Friday, May 16, 2008

Breaking the Price = Quality Assumption

I've continued to be intrigued by a short article I read a month ago in Newsweek; the article told of two studies involving wine tastings. The first, conducted by writer Robin Goldstein, involved blind tastings of more than 500 wines by 500 tasters ranging from novices to wine experts. The wines ranged in price from $1.50 to $150. Wines were encased in brown paper bags so that the tasters didn't see labels; they simply rated the wines on merit, not perception. The result? Cheap wines often outperformed their $50 counterparts.

A similar study in January had tasters rating wines in which they were given both true and false prices for the wines (in other words, a $50 wine was told to be $5). The result? Testers almost always preferred what they thought to be a higher-priced wine.

Purely in the name of research, I recently revisited "Two-Buck Chuck," or Charles Shaw wine available only at Trader Joe's. This wine has gotten a lot of buzz since it was introduced several years ago, and I often see people buying cases of the bargain vino. This product began as a $1.99 bottle on the West coast, but here in Indiana, it's $2.99, so technically "Three-Buck Chuck." I'd tried, I believe, a Merlot years ago and thought it was horrid. Armed with the knowledge that I might have dismissed the wine simply based on its price, I recently tried a Shiraz. And, you know, I liked it.

I then remember reading an anecdote in a magazine, although I have no idea where I read it. Likely, it was one of the pieces of wisdom I gleaned from Glamour magazine back in high school. But here's the story: A woman with a flagging jewelry business found that no one was buying her pieces. So she asked her assistant to reduce the prices by 50 percent. The assistant instead accidentally doubled the price. The result? The pieces sold out. Consumers felt that the higher-priced items were more valuable.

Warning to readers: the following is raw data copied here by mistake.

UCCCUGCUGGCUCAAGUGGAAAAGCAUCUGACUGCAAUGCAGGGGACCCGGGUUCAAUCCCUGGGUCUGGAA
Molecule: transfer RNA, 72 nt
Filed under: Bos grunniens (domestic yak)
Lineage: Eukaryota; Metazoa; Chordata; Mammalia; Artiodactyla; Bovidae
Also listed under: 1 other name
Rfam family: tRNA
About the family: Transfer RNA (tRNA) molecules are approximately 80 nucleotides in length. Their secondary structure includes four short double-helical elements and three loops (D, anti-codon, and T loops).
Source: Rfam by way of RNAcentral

I found myself doing this same thing last week when out with a friend, who also has a newborn. We stopped at Baby Gap, and I was contemplating a clearance-priced cotton sweater for Sylvia. I scraped back the "$6.99" clearance sticker to see the item's original price. If it was $29, I'd feel like I was really getting a bargain, and feel more compelled to snatch it up. If it was $19, I'd feel less so. The original price, however, didn't change anything about the sweater: cotton, striped, cardigan-style. Either it was worth $6.99 to me or it wasn't. The original value placed on it by executives at The Gap shouldn't affect that value.

In watching our budget, this is one area I find where I need to be extra diligent: Purchasing items based on their value to me, not assuming that higher prices mean better quality or more desirability.
The first wine study, by the way, resulted in a book called The Wine Trials: 100 wines under $15 that beat $50 to $150 wines in brown-bag blind tastings. The book, which published earlier this month, might be worth reading, but Amazon is currently sold out. I suppose everyone's looking to be more diligent about disassociating price from perception!


Frugal Urbanite said...

It's true.
The reason department store make-up prices are so high is that when they try to drop the price too much, women stop buying it.

Hooked on Houses said...

I read that article in Newsweek, too, and found it so interesting! -Julia